As part of the FY21 budget request, CUNY has asked that we include efficiencies that the college will implement to address our budget and that will be used in support of a request to the State for increased funding. In other words, we can ask for more than we save. We’ve identified a number of areas in facilities and I remain committed to the “lustrum of infrastructure” and giving priority to keeping our campus environment a safe and pleasant place to work and study. Moving enrollment to Academic Affairs will provide the opportunity to consider staffing efficiencies.
It’s no secret that Academic Affairs absorbs the majority of our budget – which is appropriate. Because of that, over the next few weeks the Provost, working with the deans and chairs, will lead a deep dive into actions we can take in Academic Affairs to help resolve our budget deficit and to improve efficiencies. Meanwhile, I and the VP’s will be doing the same thing for non-academic areas.
CSI has four mandates from the Chancellor and the Board for this year:
- adjusting our budget so that our tax levy expenditures do not exceed our tax levy resources
- increasing online and hybrid course offerings
- increasing workforce diversity, especially within the administration
- increasing the amount of business we do with MWBE.
In the midst of a difficult budget year it is easy to lose sight of the good things that are happening on campus. After considerable lobbying, CUNY recognized that our capital/critical maintenance dollars were too low and the historic funding formula did not fit our campus. This year they doubled it for a second consecutive year. The increased funding will allow critical projects to move forward such as:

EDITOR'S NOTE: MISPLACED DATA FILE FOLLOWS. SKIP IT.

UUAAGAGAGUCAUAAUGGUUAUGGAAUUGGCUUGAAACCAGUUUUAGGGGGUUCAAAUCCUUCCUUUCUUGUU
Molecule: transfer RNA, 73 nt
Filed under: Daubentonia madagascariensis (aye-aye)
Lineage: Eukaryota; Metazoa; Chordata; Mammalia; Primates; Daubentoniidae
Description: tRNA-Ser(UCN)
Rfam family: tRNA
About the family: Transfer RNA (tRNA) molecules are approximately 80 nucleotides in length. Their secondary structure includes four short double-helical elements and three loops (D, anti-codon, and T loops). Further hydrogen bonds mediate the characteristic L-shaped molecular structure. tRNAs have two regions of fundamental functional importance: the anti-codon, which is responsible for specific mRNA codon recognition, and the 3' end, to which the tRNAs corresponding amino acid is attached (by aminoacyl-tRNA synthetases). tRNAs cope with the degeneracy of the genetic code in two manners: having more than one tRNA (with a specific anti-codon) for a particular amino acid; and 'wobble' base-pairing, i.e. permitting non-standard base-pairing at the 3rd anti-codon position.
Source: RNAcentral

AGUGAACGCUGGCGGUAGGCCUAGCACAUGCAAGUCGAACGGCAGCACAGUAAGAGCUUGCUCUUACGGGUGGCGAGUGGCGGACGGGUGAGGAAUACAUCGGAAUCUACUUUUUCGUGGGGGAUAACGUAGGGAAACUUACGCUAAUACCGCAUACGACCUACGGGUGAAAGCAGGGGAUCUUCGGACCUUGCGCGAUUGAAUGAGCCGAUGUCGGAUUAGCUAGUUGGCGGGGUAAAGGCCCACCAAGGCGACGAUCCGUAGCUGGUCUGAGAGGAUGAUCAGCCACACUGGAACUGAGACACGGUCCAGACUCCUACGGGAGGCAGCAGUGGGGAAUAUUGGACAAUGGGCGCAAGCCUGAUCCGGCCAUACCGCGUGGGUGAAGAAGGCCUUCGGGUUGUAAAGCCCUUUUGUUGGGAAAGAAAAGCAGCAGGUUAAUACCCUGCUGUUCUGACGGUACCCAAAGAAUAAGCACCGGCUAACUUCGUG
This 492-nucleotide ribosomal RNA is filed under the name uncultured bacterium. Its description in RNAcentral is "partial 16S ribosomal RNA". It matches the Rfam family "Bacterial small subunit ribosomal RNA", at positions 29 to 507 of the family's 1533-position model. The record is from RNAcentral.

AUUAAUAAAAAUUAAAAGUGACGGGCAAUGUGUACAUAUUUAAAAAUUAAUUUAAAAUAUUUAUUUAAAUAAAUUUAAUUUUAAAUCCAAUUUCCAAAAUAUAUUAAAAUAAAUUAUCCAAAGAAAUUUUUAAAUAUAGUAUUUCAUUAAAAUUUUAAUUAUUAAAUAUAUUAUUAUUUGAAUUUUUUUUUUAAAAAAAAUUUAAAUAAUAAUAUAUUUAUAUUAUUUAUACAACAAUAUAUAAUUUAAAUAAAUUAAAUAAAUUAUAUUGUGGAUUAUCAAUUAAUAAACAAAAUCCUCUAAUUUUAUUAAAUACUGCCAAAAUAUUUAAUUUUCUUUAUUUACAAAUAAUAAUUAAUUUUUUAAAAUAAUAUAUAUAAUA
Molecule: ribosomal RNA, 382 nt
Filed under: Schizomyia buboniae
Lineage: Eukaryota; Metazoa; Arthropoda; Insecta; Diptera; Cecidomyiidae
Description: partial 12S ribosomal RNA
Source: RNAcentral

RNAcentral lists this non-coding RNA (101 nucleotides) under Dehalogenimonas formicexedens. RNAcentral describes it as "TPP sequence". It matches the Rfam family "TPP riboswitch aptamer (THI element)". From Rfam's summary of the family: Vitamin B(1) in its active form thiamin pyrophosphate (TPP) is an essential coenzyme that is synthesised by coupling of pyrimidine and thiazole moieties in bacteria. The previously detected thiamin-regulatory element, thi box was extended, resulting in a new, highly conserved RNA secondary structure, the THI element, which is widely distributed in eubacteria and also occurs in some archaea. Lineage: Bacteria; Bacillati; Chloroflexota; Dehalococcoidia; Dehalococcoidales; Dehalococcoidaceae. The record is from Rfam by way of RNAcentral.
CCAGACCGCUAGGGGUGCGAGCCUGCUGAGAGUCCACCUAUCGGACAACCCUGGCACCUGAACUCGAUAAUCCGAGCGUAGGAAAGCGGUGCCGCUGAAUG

- repair of our sidewalks
- repairs to the leaking roofs on the towers of our academic buildings,
- construction of a new electrical substation,
- skylight repairs for 6S, and
- the first-floor construction in building 2M
- Continuation of our hardscape project
Earlier this week I was informed that CUNY has directed DASNY to proceed with a managed project for the reconstruction of our cafeteria/dining hall, providing funds so we can move forward on the design phase.
In addition to our CUNY capital budget we receive a great deal of support from our elected officials. The reason why we receive this support is because they believe in the mission of the college and the progress we are making. Next week, we will formally announce plans to develop the CSI Genomic Research Facility. The Genomic Research Facility, made possible through funding from Borough President James Oddo and Councilman Steve Matteo, will allow faculty and students to conduct genome sequencing and analysis to search for genetic variations in DNA that may cause the development or progression of diseases or conditions such as cancer, drug addiction, and autism.
Also, I would be remiss if I did not mention the gift of two alumni, Jay Chazanoff and his wife Lucille, for the naming of the Lucille and Jay Chazanoff School of Business. They are powerful voices in the Staten Island Community for the benefits of public education. I’d like to congratulate Dean Holak, her team, and Cheryl Adolph for their work in attaining this incredible gift, one of the highest ever in the entire Borough, from true friends and partners to the college.
Finally, I want to leave you with a brief 90 second snippet of a promotional video prepared by Professor Gerstner and a team of his students. They really did a magnificent job in capturing so many of the wonderful aspects of this college. The full video will be up on our website soon.
William J. Fritz